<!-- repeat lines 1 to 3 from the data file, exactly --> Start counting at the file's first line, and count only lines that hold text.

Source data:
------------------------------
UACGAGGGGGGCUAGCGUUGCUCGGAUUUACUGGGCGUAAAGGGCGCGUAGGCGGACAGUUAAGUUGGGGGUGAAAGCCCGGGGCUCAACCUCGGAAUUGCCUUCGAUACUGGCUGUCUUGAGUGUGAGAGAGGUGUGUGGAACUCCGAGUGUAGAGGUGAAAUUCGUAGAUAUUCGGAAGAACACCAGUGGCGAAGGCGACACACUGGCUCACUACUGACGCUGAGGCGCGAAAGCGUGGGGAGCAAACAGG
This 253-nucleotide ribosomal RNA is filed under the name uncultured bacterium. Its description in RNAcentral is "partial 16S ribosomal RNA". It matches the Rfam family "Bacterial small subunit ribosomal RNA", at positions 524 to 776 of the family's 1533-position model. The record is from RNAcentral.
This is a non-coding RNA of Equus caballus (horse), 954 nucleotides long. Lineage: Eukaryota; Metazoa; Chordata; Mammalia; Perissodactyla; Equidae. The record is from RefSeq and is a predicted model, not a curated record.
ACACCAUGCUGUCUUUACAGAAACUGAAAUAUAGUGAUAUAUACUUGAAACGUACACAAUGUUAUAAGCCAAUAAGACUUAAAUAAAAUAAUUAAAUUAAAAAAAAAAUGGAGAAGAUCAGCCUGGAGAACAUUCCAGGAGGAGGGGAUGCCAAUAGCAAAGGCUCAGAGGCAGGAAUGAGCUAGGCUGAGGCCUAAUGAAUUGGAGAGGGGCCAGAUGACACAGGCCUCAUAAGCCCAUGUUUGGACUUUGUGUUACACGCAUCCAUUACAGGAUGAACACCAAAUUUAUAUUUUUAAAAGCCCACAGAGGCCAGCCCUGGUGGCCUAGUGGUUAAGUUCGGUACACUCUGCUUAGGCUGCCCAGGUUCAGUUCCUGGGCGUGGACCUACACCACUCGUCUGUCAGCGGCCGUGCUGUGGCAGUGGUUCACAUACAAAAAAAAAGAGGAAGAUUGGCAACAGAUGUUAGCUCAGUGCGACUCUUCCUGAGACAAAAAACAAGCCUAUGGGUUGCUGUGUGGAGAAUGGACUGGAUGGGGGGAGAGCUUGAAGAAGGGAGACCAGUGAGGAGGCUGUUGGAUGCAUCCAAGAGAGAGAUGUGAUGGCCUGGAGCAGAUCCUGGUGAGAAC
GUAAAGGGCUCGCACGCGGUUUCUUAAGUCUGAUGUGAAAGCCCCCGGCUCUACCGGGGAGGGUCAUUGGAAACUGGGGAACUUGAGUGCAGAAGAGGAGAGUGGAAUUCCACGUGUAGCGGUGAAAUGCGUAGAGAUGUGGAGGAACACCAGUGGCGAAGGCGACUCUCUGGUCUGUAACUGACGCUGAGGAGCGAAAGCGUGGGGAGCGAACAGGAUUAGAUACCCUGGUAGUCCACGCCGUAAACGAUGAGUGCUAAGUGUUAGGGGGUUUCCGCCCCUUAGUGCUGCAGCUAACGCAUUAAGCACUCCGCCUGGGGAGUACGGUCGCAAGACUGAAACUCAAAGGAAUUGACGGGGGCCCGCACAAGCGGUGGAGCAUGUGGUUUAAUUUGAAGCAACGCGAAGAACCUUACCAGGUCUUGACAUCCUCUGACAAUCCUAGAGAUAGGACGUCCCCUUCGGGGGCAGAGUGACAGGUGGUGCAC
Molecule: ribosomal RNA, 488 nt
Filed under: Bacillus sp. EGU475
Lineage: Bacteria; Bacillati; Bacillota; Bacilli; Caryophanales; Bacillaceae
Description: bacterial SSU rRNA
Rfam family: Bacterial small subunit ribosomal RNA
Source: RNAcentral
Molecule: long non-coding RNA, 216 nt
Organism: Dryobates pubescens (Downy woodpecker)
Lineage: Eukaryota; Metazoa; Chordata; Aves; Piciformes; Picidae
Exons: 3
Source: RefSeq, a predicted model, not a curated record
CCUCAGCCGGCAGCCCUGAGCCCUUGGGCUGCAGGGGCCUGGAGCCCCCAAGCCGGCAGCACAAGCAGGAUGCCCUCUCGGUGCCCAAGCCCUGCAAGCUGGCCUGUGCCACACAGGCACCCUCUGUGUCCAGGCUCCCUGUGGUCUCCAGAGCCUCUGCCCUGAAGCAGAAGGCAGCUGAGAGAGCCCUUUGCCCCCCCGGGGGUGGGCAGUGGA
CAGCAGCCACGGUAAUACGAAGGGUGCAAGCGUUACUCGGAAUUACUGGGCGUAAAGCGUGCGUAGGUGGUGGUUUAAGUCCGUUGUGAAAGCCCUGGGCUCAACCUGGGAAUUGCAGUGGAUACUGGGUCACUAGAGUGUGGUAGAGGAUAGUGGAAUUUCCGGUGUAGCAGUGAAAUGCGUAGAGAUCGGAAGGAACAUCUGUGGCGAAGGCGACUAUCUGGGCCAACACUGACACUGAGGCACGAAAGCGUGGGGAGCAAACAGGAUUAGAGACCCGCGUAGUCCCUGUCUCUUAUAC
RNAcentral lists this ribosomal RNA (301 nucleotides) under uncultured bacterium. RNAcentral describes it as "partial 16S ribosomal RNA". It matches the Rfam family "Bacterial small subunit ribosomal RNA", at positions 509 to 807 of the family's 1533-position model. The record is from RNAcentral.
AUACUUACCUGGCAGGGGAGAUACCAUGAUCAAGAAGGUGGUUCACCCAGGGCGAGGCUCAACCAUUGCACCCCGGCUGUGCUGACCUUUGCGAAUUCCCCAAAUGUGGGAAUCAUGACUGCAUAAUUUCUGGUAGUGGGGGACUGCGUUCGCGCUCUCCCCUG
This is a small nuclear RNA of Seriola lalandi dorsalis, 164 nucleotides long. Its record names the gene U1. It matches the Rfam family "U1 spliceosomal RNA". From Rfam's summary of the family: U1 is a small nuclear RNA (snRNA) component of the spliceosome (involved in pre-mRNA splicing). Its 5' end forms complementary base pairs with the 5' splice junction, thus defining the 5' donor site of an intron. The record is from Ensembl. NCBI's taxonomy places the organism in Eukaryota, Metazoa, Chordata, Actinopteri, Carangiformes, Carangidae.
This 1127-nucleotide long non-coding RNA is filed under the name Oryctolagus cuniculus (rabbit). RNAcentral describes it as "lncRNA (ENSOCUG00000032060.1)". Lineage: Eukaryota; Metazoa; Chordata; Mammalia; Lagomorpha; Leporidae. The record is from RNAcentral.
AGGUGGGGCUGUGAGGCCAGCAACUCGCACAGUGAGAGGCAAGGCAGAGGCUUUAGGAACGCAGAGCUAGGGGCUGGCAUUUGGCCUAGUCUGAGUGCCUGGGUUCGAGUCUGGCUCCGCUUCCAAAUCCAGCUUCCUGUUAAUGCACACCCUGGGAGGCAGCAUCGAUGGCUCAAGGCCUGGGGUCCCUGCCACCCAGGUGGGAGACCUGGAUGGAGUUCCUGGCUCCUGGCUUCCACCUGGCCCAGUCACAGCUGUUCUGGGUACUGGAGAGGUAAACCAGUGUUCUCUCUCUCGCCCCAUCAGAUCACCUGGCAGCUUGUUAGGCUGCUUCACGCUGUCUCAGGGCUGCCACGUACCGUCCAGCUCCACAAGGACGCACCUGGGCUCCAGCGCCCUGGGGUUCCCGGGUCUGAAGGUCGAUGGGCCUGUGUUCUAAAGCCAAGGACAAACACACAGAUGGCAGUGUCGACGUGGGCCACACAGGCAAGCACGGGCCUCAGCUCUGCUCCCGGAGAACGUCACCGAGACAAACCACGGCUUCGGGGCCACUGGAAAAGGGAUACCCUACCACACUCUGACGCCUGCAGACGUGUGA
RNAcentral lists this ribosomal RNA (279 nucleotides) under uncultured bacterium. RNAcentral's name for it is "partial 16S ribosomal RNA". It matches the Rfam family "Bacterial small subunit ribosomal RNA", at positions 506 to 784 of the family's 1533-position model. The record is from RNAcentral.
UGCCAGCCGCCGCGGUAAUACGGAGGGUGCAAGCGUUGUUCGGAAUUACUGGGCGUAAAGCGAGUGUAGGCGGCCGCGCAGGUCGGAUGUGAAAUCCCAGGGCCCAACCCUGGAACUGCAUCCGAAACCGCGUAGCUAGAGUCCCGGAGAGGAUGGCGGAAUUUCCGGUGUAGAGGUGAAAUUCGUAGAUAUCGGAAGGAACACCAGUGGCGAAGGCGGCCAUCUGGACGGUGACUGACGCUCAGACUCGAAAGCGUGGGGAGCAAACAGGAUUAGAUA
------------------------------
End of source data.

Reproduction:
UACGAGGGGGGCUAGCGUUGCUCGGAUUUACUGGGCGUAAAGGGCGCGUAGGCGGACAGUUAAGUUGGGGGUGAAAGCCCGGGGCUCAACCUCGGAAUUGCCUUCGAUACUGGCUGUCUUGAGUGUGAGAGAGGUGUGUGGAACUCCGAGUGUAGAGGUGAAAUUCGUAGAUAUUCGGAAGAACACCAGUGGCGAAGGCGACACACUGGCUCACUACUGACGCUGAGGCGCGAAAGCGUGGGGAGCAAACAGG
This 253-nucleotide ribosomal RNA is filed under the name uncultured bacterium. Its description in RNAcentral is "partial 16S ribosomal RNA". It matches the Rfam family "Bacterial small subunit ribosomal RNA", at positions 524 to 776 of the family's 1533-position model. The record is from RNAcentral.
This is a non-coding RNA of Equus caballus (horse), 954 nucleotides long. Lineage: Eukaryota; Metazoa; Chordata; Mammalia; Perissodactyla; Equidae. The record is from RefSeq and is a predicted model, not a curated record.